Strategic Intelligence Summary for 23 August 2018 – Forward Observer Shop

Strategic Intelligence Summary for 23 August 2018

Strategic Intelligence contains intelligence reporting on the state of global security and instability, geostrategic issues affecting the United States, pre-war indicators, and assessments on the current risk of war. This report is available each week for Intelligence subscribers.

In this Strategic Intelligence Summary: (3,060 words)

  • InFocus: The U.S. military is slow but is changing rapidly
  • Bolton: Russia, China, Iran, and North Korea may interfere in U.S. elections
  • China’s economic, financial woes could have large scale impacts
  • Adversaries could have ‘fiddled’ with U.S. satellites
  • TRADOC: Platoon-level cyber and information operations
  • Army Cyber Command may get a new name to reflect changing mission
  • Shoigu: Vostok-18 will be largest exercise since Cold War
  • Belgium and Germany to take over Baltic air policing
  • China proposes military cooperation with ASEAN
  • Duterte again warns of war with China
  • Bolton: U.S. will stop Iran from obtaining nuclear weapons
  • Kim complains of his nation’s healthcare sector
  • President Trump: ‘Most likely’ I will visit with North Korea again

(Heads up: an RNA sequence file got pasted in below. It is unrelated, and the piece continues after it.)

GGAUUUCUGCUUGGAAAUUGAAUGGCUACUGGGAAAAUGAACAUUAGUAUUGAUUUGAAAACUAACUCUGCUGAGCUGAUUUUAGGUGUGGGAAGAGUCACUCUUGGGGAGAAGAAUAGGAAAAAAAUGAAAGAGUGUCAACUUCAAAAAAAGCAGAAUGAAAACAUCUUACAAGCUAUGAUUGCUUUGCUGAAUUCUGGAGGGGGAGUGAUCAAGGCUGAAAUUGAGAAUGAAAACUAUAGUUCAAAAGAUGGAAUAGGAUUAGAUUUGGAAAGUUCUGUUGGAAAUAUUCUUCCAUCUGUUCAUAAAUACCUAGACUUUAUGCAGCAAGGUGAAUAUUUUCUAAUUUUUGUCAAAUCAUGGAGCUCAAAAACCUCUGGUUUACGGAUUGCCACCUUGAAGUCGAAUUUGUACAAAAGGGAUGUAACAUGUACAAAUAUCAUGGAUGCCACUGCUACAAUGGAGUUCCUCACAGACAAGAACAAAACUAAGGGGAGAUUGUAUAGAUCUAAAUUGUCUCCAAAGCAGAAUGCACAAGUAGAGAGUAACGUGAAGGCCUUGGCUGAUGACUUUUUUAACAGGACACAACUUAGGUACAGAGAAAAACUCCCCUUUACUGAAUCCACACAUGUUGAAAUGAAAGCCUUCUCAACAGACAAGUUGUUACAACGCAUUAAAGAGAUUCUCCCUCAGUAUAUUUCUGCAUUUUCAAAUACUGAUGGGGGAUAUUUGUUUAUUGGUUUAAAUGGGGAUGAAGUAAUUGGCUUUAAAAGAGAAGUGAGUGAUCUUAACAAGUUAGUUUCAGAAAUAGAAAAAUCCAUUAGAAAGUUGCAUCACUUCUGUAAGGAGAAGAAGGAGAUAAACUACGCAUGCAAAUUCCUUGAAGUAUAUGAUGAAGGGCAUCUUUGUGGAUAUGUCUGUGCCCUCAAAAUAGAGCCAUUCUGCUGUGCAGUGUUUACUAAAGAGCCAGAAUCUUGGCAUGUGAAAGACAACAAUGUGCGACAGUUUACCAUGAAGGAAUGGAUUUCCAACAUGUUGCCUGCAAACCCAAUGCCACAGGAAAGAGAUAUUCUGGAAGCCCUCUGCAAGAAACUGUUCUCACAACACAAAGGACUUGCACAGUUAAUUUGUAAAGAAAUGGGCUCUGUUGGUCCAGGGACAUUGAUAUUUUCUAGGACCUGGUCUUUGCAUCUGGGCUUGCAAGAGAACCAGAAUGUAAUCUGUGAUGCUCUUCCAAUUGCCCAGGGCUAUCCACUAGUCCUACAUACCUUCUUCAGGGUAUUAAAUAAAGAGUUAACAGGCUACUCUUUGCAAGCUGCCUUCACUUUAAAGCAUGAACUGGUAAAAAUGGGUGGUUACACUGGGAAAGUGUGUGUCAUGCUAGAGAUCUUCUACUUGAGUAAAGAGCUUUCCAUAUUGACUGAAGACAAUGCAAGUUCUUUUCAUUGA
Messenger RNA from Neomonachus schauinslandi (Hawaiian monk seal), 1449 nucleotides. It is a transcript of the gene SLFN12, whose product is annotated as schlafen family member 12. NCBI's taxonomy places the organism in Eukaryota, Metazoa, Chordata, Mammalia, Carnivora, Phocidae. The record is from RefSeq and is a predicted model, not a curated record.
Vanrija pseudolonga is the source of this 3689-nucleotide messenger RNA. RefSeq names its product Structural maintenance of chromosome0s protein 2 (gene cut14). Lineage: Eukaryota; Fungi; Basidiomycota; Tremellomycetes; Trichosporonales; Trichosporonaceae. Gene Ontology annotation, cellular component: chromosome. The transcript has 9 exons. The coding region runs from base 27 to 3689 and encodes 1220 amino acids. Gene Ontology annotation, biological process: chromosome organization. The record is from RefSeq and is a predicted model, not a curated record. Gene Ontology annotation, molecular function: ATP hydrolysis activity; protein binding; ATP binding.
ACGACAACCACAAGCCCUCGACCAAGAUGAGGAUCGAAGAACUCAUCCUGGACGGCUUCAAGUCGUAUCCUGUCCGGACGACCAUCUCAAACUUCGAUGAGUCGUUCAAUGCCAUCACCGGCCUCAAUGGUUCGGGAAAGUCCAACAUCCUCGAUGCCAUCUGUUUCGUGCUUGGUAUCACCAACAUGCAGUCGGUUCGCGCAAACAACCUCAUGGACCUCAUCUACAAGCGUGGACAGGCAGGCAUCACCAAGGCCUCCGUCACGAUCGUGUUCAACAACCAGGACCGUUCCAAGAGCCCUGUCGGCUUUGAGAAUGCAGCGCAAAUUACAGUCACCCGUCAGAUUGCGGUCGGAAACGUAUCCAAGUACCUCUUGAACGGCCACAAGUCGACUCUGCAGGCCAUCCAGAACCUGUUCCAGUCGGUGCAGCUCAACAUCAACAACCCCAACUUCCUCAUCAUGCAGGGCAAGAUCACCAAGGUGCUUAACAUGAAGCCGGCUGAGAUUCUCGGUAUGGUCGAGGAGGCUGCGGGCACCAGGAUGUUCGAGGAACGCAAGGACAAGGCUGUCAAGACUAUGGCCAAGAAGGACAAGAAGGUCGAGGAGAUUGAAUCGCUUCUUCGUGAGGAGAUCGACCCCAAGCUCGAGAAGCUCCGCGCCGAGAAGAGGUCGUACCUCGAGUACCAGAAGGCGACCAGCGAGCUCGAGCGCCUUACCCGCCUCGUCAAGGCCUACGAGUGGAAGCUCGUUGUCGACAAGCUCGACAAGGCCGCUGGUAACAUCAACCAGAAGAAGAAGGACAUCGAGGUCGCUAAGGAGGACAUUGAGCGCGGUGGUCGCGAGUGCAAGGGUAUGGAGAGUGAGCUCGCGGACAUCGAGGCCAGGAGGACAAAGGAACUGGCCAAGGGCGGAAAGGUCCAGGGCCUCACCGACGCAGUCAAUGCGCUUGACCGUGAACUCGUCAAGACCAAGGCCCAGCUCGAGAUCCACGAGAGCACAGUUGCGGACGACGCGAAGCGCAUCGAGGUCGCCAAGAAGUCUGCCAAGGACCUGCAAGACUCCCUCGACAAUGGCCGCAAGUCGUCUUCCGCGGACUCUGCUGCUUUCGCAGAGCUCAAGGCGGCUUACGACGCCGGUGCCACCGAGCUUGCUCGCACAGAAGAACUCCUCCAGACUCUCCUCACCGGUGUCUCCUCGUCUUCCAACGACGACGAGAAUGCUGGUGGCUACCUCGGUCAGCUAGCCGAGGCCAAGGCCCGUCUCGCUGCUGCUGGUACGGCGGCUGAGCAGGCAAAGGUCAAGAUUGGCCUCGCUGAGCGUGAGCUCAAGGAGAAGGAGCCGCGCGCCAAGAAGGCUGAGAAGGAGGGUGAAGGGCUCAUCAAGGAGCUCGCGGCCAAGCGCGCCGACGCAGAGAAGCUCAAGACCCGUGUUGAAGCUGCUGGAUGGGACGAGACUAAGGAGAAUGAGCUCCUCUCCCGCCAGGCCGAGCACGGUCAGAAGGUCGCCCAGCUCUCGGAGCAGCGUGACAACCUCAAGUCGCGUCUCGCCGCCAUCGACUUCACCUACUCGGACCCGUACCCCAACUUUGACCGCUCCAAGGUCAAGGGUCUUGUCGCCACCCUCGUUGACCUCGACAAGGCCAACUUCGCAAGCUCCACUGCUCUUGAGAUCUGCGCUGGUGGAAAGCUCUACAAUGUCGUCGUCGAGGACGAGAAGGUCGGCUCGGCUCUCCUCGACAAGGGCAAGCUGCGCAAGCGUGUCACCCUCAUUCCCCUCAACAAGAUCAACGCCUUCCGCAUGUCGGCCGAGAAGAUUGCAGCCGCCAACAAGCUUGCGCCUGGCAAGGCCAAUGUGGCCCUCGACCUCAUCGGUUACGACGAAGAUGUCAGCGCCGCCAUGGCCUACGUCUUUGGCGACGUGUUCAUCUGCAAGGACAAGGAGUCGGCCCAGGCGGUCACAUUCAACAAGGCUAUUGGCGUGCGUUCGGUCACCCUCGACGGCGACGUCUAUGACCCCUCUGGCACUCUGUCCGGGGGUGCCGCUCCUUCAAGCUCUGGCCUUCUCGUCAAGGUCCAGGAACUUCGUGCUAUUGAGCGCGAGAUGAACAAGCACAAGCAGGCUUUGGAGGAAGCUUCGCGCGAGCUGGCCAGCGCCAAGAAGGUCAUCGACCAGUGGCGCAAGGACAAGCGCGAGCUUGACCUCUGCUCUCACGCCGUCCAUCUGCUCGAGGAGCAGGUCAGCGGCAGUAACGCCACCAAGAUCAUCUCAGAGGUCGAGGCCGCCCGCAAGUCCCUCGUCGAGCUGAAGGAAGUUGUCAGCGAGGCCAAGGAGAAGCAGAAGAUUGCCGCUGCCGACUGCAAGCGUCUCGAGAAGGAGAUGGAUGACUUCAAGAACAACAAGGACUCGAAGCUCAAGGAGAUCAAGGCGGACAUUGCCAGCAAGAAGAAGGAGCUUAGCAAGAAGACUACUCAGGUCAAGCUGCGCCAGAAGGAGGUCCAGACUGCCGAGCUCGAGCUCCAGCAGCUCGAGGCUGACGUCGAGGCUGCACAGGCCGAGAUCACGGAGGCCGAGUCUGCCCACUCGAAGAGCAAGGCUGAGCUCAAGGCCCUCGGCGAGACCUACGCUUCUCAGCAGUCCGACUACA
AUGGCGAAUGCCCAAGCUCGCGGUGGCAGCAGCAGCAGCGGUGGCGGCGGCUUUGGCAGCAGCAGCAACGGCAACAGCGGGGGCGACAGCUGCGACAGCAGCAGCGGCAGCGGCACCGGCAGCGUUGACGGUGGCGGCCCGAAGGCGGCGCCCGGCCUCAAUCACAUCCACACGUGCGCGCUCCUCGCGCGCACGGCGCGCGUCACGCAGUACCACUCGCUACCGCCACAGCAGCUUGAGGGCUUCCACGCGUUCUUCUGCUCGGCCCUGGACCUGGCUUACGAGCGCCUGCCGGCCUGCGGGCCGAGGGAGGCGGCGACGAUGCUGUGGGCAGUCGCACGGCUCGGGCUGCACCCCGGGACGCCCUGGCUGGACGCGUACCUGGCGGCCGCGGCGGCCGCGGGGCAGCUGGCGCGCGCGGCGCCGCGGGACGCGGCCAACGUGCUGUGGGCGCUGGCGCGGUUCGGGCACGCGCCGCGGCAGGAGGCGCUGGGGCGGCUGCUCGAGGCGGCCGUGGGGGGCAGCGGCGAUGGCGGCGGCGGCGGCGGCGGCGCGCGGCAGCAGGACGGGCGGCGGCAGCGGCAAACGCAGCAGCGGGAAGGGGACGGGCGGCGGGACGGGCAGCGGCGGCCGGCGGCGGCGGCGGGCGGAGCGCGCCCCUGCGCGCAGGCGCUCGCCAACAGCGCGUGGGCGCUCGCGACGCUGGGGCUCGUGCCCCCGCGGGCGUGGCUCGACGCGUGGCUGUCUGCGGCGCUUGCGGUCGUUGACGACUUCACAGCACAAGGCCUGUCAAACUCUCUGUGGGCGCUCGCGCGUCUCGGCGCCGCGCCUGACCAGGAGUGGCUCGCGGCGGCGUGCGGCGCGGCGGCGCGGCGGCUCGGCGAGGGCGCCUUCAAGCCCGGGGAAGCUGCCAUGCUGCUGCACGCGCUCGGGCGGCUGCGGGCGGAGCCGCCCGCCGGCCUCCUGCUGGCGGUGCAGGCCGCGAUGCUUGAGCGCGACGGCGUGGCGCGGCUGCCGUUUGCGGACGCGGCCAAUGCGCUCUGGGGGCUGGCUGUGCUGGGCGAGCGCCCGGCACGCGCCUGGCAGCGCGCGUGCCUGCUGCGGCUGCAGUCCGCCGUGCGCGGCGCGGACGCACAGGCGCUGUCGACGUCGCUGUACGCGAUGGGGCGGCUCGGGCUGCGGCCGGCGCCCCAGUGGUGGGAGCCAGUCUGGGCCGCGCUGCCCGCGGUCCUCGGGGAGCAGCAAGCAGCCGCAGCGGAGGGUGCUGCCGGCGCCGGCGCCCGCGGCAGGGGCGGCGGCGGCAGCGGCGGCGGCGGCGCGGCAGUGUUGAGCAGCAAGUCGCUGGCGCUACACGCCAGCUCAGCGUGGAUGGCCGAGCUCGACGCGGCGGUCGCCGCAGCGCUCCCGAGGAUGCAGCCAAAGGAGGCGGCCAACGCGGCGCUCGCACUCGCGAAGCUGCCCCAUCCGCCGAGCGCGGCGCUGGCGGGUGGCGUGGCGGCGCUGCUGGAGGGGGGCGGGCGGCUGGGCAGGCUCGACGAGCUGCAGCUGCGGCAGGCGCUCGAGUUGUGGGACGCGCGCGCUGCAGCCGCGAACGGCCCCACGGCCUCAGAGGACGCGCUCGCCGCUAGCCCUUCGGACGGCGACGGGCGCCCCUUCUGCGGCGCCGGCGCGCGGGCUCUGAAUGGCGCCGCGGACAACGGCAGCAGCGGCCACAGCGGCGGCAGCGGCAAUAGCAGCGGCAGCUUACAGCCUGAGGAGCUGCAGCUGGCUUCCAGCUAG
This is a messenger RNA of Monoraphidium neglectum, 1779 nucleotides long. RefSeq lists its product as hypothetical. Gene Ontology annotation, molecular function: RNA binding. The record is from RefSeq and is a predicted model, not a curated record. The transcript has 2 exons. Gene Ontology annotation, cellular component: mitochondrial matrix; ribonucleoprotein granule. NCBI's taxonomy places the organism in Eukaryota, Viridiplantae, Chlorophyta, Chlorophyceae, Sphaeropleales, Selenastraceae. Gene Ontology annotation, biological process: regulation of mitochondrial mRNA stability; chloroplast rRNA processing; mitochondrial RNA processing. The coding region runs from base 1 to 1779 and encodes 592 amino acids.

• And more…

In Focus: This week’s TechNet Augusta symposium was very enlightening. Unfortunately, I didn’t attend in person, but I did follow along online. Augusta, Georgia is the home of Fort Gordon (where my military intelligence brigade was based) and the U.S. Army Cyber Command. Every event like this in the past couple years generally tells the same story: the U.S. military is changing fast but our adversaries are moving faster, and we’re all racing to either take or keep the lead.

If adversaries aren’t ahead of the U.S. in areas like cyber, space, electronic, and information warfare, then they’re already on their way. Generals routinely comment at these types of events that in many ways the U.S. military is playing catch up. While the Budget Control Act of 2011 certainly didn’t help, the military is still reeling from the consequences of spending 15+ years developing tools for fighting low-tech insurgents in the desert while Russia and China (and others) were focused on developing their own high tech information operations capabilities and integrating cyber operations with other forms of warfare. This is the “multi” in “multi-domain” warfare. As I mention in an analyst comment in PIR2, the U.S. military is transitioning from combined arms (air, land, sea) to multi-domain battle as they employ cyber, space, electronic, and information warfare alongside the traditional shoot, move, and communicate. The military that best employs shoot, move, communicate, jam, disrupt, and deceive will have an edge in the next major conflict. The U.S. is playing catch up in jam, disrupt, and deceive.